8) Visual Link Spanish. The disc shown here is just one of 10 cd’s and cd-roms that come in the program. The program also comes with a mini-Spanish manual, which I found excellent. It compiles all the lessons on the cd’s in one mini-manual. Check back often because I will be taking Visual Link up on their 30-day guarantee.

9) The Cat in the Hat Beginner Dictionary in Spanish. I used to just read through this dictionary to build up my vocabulary. But Jaida knows that this is a Spanish and she'll sit down with it to look at the pictures. I'll try to use it more with her during our Spanish Times.

10) The cd with a picture of two squirrels on it is from Juguemos A Cantar, a Spanish-immersion music and preschool program in Brooklyn's Park Slope. The songs are beautifully sung and the tunes are catchy. My girls and I like to dance to this cd. The only thing is that the disc did not come with lyrics--Spanish or English. So it's hard for me to understand what she's singing sometimes. I can understand fully and sing maybe 5 (out of 19) of the songs. But that's all right because we enjoy dancing to the music.

11) We recently discovered a Spanish PBS station called V-me. We find it on Ch. 199 on Cablevision. From 8 a.m. to 1 p.m. Mon-Fri., they show Spanish preschool programs. Our favorites are Las Tres Mellizas Bebés (The Baby Triplets) and Jim de la luna (Lunar Jim). They also show Plaza Sésamo (Sesame Street) and Los Pies Mágicos de Franny (Franny's Feet).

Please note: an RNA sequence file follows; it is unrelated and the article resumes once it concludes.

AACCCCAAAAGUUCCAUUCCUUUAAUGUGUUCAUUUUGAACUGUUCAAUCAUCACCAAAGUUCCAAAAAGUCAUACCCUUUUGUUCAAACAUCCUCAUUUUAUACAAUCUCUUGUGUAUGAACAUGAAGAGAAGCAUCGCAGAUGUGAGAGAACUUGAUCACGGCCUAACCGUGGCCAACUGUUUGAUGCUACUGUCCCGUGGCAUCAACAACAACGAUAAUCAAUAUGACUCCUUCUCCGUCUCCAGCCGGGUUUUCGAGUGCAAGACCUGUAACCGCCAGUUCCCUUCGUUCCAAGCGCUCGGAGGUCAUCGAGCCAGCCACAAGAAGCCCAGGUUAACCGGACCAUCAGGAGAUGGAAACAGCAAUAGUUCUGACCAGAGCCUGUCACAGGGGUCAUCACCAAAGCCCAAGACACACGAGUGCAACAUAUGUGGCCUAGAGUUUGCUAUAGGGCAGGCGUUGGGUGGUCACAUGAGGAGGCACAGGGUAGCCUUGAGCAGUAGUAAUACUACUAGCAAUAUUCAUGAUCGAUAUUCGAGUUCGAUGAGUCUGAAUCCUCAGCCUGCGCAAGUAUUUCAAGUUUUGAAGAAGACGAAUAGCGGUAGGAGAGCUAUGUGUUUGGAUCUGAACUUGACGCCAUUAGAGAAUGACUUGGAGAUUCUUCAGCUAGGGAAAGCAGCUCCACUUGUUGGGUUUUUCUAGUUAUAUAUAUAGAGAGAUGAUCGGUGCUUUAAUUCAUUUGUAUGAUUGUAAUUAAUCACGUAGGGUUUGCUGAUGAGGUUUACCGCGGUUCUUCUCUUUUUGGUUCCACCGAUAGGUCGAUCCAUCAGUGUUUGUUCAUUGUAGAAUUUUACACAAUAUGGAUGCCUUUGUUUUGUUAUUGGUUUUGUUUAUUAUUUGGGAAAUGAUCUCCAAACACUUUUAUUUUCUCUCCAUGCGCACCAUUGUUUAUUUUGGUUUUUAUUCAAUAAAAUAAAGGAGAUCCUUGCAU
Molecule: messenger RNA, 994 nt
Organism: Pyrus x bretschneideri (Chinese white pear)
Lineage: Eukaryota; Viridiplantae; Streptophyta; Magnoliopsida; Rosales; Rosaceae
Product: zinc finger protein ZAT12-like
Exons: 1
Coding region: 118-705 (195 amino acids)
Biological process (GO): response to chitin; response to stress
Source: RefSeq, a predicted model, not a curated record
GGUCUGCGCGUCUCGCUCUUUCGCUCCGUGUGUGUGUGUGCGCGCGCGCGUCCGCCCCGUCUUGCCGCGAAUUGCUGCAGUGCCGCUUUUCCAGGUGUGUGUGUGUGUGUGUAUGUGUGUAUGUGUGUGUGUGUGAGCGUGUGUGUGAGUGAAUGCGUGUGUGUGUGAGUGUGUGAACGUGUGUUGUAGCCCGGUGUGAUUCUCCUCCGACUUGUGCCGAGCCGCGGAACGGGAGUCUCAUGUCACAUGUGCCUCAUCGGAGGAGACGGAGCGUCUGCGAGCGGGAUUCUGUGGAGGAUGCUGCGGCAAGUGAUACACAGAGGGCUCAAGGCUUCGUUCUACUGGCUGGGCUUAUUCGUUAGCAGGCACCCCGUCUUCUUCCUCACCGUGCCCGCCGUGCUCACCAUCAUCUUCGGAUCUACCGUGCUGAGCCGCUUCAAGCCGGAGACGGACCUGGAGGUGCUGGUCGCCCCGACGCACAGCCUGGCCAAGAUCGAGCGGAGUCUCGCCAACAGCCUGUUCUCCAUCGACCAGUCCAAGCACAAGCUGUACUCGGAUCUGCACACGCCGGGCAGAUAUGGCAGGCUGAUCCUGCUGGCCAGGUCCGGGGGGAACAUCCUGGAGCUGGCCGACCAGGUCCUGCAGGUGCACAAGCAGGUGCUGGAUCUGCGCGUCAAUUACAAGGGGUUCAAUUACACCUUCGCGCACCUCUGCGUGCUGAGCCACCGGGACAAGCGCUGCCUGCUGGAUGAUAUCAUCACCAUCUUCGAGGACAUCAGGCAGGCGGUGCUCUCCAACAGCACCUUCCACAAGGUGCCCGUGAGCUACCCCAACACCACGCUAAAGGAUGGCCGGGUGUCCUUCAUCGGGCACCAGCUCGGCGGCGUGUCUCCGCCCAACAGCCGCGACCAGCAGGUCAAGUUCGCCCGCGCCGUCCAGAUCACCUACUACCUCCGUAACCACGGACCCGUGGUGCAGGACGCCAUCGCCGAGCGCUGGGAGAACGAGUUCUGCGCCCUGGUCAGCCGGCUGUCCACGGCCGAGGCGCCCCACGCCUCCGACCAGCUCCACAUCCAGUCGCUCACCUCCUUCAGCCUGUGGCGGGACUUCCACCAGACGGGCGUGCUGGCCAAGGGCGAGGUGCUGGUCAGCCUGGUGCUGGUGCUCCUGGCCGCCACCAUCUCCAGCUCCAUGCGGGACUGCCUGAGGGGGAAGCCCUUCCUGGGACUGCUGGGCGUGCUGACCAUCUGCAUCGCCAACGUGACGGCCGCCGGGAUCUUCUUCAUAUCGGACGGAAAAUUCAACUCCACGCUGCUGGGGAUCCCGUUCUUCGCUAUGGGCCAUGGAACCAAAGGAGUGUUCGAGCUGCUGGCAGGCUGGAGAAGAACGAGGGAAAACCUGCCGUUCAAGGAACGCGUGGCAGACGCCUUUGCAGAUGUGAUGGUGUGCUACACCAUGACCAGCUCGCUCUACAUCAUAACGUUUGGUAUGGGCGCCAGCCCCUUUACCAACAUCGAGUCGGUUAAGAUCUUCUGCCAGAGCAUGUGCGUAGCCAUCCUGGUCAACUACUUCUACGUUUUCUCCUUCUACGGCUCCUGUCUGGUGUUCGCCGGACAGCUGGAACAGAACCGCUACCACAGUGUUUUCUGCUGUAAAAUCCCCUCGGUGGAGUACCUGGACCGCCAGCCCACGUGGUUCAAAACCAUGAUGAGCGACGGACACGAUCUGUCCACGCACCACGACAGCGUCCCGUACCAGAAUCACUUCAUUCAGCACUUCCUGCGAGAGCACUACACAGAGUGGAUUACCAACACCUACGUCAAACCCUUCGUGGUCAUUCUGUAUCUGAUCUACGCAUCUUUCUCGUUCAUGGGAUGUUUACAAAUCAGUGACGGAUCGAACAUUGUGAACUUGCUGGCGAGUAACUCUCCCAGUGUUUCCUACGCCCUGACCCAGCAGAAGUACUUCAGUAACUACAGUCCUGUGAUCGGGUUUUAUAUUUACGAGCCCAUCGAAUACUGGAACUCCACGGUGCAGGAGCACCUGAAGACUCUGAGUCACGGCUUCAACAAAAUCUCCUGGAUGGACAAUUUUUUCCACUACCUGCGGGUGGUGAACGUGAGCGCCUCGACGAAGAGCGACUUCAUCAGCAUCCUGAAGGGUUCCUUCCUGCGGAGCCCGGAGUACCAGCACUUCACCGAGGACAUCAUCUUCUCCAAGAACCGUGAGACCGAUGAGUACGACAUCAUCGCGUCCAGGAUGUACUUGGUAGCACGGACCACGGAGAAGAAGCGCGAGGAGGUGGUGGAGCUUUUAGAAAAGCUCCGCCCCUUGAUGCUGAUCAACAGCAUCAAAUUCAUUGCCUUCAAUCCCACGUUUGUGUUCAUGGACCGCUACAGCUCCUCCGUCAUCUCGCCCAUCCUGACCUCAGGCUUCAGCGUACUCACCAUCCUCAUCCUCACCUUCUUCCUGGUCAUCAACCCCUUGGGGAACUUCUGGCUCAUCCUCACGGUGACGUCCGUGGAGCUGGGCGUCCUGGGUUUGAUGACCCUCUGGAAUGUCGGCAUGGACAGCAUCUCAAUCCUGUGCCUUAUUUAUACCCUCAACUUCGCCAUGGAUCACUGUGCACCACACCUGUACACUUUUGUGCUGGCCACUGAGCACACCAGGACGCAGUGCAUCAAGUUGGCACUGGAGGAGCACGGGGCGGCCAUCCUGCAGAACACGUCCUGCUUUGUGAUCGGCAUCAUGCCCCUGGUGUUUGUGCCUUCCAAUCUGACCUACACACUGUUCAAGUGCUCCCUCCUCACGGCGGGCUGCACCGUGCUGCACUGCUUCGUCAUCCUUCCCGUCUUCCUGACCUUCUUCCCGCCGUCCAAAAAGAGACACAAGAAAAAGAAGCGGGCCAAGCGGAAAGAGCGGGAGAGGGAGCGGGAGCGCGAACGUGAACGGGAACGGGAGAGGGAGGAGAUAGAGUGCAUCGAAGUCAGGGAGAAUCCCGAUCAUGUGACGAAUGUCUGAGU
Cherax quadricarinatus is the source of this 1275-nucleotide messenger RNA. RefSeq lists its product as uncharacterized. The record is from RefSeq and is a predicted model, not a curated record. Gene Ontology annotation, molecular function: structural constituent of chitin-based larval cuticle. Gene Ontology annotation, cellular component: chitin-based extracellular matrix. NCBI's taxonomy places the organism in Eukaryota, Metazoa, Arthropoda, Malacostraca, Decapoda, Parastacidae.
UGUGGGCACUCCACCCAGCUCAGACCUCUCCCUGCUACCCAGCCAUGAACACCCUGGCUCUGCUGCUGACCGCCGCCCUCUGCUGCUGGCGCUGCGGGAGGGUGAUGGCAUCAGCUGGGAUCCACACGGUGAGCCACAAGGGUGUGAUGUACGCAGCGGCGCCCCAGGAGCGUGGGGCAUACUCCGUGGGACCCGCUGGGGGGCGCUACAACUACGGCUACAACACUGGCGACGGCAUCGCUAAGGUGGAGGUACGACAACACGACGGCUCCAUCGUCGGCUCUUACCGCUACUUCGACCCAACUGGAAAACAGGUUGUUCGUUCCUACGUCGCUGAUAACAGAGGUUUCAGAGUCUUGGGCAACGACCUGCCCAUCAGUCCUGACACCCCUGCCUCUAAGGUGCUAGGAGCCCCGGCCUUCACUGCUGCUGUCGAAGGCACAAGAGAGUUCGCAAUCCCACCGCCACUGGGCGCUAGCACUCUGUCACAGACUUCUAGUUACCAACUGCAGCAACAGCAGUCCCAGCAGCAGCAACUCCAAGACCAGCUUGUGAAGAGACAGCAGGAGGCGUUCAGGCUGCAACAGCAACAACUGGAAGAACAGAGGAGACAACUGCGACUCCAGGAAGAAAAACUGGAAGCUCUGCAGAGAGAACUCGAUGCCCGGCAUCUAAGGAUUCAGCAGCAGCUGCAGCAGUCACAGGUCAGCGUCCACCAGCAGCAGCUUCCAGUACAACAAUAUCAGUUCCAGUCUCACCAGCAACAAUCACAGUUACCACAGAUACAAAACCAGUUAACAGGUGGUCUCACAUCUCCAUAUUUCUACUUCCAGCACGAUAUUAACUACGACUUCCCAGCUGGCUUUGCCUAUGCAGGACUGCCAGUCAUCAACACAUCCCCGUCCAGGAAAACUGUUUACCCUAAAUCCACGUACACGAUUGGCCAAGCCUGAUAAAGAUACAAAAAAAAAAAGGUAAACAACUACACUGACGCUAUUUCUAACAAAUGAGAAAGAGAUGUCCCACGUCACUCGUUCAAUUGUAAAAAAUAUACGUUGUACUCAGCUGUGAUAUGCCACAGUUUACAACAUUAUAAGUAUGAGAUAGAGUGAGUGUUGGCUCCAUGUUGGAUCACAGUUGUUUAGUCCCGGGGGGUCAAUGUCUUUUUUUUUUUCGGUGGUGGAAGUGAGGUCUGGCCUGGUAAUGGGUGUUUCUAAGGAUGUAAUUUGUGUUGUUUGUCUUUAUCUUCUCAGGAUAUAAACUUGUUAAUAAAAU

12) A good source for worksheets and coloring pages written in Spanish can be found at Primera Escuela (Preschool in Spanish). The English language sister site is First-School Preschool Activities and Crafts.

13) And of course, there's always Nick Jr.'s Dora and Diego, PBS Kids Dragon Tales and Maya y Miguel, Playhouse Disney's Handy Manny. The Nick Jr. website has very helpful ideas for teaching Spanish to children. It has short video clips, coloring pages and plenty of activities.Please click around to learn more about the various Spanish programs, shows and websites that we're using to help us raise our children to be bilingual.

And in my Spanish lesson plans for children, I'll show you how I incorporate all of these resources into Spanish Times that are simple, interactive, easy-to-implement, and most of all FUN!

Let us know what you think. Also, if you have other resources to recommend, please by all means, write a comment. We'd love to check them out.

¡Hasta luego!


1 comment:

Boca Beth said...

Hola Jessica -

You and your family are set for success, and you are so right about daily and regular exposure to the new language.

There is a new book out titled "The Bilingual Edge" by two linguistic PhDs who happen to be moms, and it's such an affirmation to what you and I both are trying to accomplish - raise children in a home where neither parent is a native speaker of the targeted, new language. But guess what? These gals know and have researched with great proof that native speaker does not matter when it comes to introducing a new language to your child.

Support your efforts with great tools and interact/play with your child - that's how the second language journey begins successfully!

You go girl!

Happy Educating! ¡Sea feliz educando!

Beth Butler
Founder of The Boca Beth Program